Basil Watson, sculptor of the National Windrush Monument, is under consideration for The Marsh Award for Excellence in Public Sculpture, an annual award for public sculpture in the United Kingdom or Ireland (UK). The sculpture marks the 75th anniversary of the first vessel bringing hundreds of West Indians, who became known as the Windrush Generation, to the UK. While the monument commemorates the immigrants who came on board the HMT Empire Windrush in 1948, the commemoration extends to those who came to the UK until 1971.
The British Great Migration began when the government needed workers to help fill post-War labor shortages and rebuild the economy. Hence, the British Nationality Act of 1948 gave people from the British colonies the right to live and work in Britain, the “mother” country.
Similar to rural Blacks moving from the warmer South to urban, northern neighborhoods, these children of Africa living in the warmth of the Caribbean found themselves in the cold and sterile environs and confines of London, Birmingham and Manchester.
Barrington Salmon, a former Kingston (Jamaica) College high school classmate of Basil, says Windrush differs from its American counterpart because those living in the Caribbean, Africa, and India were officially invited via the British Nationality Act. While not officially invited North, African Americans were invited to similarly shore up the White labor shortage in booming Northern industries by advertisements in newspapers such as the Chicago Daily Defender, company agents, and family members who had moved “Up North,” as depicted in artist Jacob Lawrence’s The Migration Series.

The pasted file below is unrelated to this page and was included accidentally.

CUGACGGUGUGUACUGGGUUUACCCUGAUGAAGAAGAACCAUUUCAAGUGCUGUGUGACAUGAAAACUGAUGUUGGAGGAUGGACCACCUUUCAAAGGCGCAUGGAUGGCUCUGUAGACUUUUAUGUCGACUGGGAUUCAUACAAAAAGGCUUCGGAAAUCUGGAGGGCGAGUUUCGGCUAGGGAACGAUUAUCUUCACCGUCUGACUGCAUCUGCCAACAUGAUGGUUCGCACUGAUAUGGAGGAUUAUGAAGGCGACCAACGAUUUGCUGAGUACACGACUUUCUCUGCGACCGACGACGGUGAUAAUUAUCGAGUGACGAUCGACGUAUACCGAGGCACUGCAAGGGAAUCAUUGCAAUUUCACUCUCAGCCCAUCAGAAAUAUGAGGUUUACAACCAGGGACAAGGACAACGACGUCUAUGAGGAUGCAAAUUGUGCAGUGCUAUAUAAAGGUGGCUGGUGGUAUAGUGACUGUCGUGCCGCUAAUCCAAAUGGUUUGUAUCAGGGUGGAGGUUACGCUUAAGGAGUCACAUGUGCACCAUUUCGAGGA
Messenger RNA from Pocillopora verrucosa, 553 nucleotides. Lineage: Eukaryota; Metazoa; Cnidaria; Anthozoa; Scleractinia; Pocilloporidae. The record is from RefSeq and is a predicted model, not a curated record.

When accepting the nomination, Watson said, "My parents were early Windrush generation pioneers, meeting on the ship to London in about 1952, spending a decade in the pursuit of betterment then returning to a newly independent Jamaica in 1962. My father would say that he is a ‘ship with a set rudder’ and this monument has helped me to plot the course he and others traversed as they embarked on a mission of self-advancement, while rebuilding a Britain that they somewhat regarded as their motherland, and you recognize the challenges they faced. Decked in their special attire along with their bulging suitcases, it clearly demonstrates that this was a special journey and a seismic moment in history.”
The British monument beckons historically to the Monument to the Great Northern Migration in Bronzeville, Chicago. Alison Saar’s bronze figure pays homage to the thousands of African Americans who migrated to Chicago starting in the early 1900s. The solo figure is carrying a tattered suitcase.